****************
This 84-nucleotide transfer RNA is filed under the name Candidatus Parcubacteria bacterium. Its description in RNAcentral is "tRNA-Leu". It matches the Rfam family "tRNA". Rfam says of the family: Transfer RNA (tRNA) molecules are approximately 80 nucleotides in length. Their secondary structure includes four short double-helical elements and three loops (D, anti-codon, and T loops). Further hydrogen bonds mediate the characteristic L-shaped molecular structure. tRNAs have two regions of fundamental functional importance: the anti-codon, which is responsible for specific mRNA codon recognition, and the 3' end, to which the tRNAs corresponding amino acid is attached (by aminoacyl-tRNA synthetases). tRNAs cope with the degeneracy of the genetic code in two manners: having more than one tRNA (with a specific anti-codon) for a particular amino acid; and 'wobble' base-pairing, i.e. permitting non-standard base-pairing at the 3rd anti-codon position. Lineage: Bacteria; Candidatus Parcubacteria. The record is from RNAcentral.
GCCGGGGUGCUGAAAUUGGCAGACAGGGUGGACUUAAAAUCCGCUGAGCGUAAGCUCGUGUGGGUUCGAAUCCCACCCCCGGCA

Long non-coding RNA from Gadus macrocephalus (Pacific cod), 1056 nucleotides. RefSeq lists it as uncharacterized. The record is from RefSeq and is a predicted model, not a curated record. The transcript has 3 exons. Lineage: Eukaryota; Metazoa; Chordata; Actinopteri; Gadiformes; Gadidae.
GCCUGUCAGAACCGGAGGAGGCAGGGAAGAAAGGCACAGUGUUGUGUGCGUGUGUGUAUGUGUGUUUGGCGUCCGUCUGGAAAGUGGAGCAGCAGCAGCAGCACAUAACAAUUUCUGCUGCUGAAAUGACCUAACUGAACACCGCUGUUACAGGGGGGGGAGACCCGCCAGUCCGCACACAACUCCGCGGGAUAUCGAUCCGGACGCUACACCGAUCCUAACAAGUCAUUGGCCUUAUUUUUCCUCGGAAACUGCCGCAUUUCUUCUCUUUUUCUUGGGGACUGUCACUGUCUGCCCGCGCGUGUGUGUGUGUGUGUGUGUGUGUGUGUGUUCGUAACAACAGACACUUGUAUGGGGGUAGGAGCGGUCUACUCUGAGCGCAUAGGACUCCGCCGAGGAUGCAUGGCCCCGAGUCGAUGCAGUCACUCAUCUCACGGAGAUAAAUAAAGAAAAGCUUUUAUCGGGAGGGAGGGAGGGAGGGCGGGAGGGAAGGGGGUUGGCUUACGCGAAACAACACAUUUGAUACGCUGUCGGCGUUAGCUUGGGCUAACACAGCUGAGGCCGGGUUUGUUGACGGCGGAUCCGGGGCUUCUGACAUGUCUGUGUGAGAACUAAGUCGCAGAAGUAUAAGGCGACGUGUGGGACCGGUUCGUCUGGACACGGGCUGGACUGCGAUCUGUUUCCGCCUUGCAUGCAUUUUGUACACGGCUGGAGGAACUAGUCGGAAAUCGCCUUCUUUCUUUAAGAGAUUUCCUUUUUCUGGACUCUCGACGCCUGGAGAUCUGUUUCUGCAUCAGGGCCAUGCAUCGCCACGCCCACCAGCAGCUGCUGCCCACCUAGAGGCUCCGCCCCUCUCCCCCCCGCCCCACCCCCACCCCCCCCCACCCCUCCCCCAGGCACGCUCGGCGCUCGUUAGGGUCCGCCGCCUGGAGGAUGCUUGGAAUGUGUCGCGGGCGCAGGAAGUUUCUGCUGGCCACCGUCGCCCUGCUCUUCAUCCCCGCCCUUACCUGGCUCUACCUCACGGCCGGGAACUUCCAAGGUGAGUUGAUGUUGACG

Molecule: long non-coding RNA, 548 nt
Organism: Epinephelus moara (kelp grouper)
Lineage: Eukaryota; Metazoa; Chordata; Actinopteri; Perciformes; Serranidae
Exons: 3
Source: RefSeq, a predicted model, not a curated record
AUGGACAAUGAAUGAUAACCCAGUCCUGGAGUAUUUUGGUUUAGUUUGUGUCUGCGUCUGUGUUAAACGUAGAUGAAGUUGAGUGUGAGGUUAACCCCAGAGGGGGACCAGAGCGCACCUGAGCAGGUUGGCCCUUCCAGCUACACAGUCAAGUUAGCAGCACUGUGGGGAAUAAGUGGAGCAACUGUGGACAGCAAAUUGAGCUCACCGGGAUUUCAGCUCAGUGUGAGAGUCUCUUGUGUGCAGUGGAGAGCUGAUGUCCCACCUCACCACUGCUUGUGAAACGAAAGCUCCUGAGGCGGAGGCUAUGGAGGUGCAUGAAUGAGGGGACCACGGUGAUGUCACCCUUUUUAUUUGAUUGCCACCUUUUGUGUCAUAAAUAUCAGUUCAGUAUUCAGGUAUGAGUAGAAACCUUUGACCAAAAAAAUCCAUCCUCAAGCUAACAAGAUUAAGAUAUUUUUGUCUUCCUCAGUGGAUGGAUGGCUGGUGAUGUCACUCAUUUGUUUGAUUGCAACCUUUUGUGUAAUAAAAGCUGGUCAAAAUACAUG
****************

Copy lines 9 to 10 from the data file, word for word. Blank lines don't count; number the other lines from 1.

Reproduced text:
Source: RefSeq, a predicted model, not a curated record
AUGGACAAUGAAUGAUAACCCAGUCCUGGAGUAUUUUGGUUUAGUUUGUGUCUGCGUCUGUGUUAAACGUAGAUGAAGUUGAGUGUGAGGUUAACCCCAGAGGGGGACCAGAGCGCACCUGAGCAGGUUGGCCCUUCCAGCUACACAGUCAAGUUAGCAGCACUGUGGGGAAUAAGUGGAGCAACUGUGGACAGCAAAUUGAGCUCACCGGGAUUUCAGCUCAGUGUGAGAGUCUCUUGUGUGCAGUGGAGAGCUGAUGUCCCACCUCACCACUGCUUGUGAAACGAAAGCUCCUGAGGCGGAGGCUAUGGAGGUGCAUGAAUGAGGGGACCACGGUGAUGUCACCCUUUUUAUUUGAUUGCCACCUUUUGUGUCAUAAAUAUCAGUUCAGUAUUCAGGUAUGAGUAGAAACCUUUGACCAAAAAAAUCCAUCCUCAAGCUAACAAGAUUAAGAUAUUUUUGUCUUCCUCAGUGGAUGGAUGGCUGGUGAUGUCACUCAUUUGUUUGAUUGCAACCUUUUGUGUAAUAAAAGCUGGUCAAAAUACAUG